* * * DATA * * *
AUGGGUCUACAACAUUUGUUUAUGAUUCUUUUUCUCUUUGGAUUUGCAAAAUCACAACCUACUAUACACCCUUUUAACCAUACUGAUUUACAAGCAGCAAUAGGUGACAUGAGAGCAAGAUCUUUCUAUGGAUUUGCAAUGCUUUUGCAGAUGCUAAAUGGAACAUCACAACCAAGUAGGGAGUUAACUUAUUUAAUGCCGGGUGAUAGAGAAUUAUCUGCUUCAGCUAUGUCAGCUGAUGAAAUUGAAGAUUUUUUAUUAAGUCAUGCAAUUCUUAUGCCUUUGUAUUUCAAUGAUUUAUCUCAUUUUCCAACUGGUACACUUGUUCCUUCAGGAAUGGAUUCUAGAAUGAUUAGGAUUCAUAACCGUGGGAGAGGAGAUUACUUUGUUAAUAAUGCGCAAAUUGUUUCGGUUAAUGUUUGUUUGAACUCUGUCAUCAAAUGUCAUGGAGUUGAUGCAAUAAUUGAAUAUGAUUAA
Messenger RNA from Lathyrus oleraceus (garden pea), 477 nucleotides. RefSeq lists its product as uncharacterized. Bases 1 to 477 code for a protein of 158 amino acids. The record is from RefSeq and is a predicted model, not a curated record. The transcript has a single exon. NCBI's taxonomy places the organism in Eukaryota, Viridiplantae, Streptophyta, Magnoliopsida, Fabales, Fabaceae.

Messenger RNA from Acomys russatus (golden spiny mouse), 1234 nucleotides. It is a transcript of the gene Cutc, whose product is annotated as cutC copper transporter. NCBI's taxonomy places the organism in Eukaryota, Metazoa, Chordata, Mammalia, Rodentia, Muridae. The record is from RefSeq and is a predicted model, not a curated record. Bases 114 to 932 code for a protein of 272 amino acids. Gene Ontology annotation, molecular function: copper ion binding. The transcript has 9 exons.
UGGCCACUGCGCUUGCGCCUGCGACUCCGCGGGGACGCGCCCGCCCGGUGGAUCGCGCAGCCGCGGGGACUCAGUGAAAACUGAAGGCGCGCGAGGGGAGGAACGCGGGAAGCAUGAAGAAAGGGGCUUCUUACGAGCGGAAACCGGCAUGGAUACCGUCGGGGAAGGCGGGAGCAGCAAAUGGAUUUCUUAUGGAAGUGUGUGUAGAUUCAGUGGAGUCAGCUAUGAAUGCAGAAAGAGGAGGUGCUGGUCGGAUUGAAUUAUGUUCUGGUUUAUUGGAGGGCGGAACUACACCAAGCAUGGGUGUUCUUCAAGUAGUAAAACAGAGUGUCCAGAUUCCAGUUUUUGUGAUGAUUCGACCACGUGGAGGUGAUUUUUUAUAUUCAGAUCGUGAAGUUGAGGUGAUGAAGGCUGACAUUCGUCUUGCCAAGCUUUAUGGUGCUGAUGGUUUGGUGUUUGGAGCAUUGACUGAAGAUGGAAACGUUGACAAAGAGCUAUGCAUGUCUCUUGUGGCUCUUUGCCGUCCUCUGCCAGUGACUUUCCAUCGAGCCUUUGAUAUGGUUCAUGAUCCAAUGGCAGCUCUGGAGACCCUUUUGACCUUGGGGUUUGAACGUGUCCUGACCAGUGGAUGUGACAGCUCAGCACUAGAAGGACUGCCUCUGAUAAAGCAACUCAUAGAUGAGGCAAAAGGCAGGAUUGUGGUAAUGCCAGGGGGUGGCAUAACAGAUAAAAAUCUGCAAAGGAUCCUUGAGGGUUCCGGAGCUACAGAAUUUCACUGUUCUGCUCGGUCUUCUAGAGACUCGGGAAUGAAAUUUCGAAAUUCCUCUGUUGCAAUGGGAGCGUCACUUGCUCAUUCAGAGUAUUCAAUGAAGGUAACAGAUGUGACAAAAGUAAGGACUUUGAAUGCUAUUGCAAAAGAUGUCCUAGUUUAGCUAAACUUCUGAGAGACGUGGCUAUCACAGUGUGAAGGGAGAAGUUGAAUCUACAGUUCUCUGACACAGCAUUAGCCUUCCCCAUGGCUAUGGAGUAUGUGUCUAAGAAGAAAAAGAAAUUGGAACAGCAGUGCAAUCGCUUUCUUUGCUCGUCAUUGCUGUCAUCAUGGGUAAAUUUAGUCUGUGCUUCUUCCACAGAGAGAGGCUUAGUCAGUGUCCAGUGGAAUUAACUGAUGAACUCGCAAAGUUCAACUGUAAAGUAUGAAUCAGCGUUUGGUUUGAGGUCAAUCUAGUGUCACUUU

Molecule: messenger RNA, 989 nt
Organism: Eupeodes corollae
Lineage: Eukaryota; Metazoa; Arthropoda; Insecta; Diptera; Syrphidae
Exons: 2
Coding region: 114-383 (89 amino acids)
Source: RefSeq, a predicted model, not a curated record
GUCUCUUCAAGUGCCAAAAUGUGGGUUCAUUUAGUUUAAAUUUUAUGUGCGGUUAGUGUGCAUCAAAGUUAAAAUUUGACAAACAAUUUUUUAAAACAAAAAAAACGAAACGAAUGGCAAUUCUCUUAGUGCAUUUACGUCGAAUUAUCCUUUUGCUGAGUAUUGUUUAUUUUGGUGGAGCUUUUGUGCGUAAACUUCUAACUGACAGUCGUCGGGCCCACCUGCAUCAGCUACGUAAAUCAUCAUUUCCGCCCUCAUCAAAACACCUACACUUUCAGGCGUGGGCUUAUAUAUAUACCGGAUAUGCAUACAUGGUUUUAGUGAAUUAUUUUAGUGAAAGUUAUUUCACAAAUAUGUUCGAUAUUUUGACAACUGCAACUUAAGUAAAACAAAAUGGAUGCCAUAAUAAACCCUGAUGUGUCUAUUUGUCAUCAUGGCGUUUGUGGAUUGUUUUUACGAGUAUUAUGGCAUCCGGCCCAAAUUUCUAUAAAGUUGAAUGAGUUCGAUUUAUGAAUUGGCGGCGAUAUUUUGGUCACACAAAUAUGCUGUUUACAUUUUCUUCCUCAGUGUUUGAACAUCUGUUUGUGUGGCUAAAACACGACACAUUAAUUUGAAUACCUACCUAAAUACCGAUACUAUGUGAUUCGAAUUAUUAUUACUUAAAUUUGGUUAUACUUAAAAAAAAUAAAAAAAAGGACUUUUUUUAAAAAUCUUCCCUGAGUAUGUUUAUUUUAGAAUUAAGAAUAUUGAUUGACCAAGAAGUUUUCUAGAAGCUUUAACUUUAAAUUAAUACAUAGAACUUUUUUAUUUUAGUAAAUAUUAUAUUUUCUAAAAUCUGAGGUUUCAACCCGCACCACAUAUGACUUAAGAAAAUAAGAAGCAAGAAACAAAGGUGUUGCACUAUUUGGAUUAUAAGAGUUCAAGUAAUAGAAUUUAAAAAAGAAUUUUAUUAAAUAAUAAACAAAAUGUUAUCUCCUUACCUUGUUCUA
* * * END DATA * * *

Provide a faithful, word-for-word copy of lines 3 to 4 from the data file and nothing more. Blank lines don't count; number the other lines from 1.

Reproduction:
Messenger RNA from Acomys russatus (golden spiny mouse), 1234 nucleotides. It is a transcript of the gene Cutc, whose product is annotated as cutC copper transporter. NCBI's taxonomy places the organism in Eukaryota, Metazoa, Chordata, Mammalia, Rodentia, Muridae. The record is from RefSeq and is a predicted model, not a curated record. Bases 114 to 932 code for a protein of 272 amino acids. Gene Ontology annotation, molecular function: copper ion binding. The transcript has 9 exons.
UGGCCACUGCGCUUGCGCCUGCGACUCCGCGGGGACGCGCCCGCCCGGUGGAUCGCGCAGCCGCGGGGACUCAGUGAAAACUGAAGGCGCGCGAGGGGAGGAACGCGGGAAGCAUGAAGAAAGGGGCUUCUUACGAGCGGAAACCGGCAUGGAUACCGUCGGGGAAGGCGGGAGCAGCAAAUGGAUUUCUUAUGGAAGUGUGUGUAGAUUCAGUGGAGUCAGCUAUGAAUGCAGAAAGAGGAGGUGCUGGUCGGAUUGAAUUAUGUUCUGGUUUAUUGGAGGGCGGAACUACACCAAGCAUGGGUGUUCUUCAAGUAGUAAAACAGAGUGUCCAGAUUCCAGUUUUUGUGAUGAUUCGACCACGUGGAGGUGAUUUUUUAUAUUCAGAUCGUGAAGUUGAGGUGAUGAAGGCUGACAUUCGUCUUGCCAAGCUUUAUGGUGCUGAUGGUUUGGUGUUUGGAGCAUUGACUGAAGAUGGAAACGUUGACAAAGAGCUAUGCAUGUCUCUUGUGGCUCUUUGCCGUCCUCUGCCAGUGACUUUCCAUCGAGCCUUUGAUAUGGUUCAUGAUCCAAUGGCAGCUCUGGAGACCCUUUUGACCUUGGGGUUUGAACGUGUCCUGACCAGUGGAUGUGACAGCUCAGCACUAGAAGGACUGCCUCUGAUAAAGCAACUCAUAGAUGAGGCAAAAGGCAGGAUUGUGGUAAUGCCAGGGGGUGGCAUAACAGAUAAAAAUCUGCAAAGGAUCCUUGAGGGUUCCGGAGCUACAGAAUUUCACUGUUCUGCUCGGUCUUCUAGAGACUCGGGAAUGAAAUUUCGAAAUUCCUCUGUUGCAAUGGGAGCGUCACUUGCUCAUUCAGAGUAUUCAAUGAAGGUAACAGAUGUGACAAAAGUAAGGACUUUGAAUGCUAUUGCAAAAGAUGUCCUAGUUUAGCUAAACUUCUGAGAGACGUGGCUAUCACAGUGUGAAGGGAGAAGUUGAAUCUACAGUUCUCUGACACAGCAUUAGCCUUCCCCAUGGCUAUGGAGUAUGUGUCUAAGAAGAAAAAGAAAUUGGAACAGCAGUGCAAUCGCUUUCUUUGCUCGUCAUUGCUGUCAUCAUGGGUAAAUUUAGUCUGUGCUUCUUCCACAGAGAGAGGCUUAGUCAGUGUCCAGUGGAAUUAACUGAUGAACUCGCAAAGUUCAACUGUAAAGUAUGAAUCAGCGUUUGGUUUGAGGUCAAUCUAGUGUCACUUU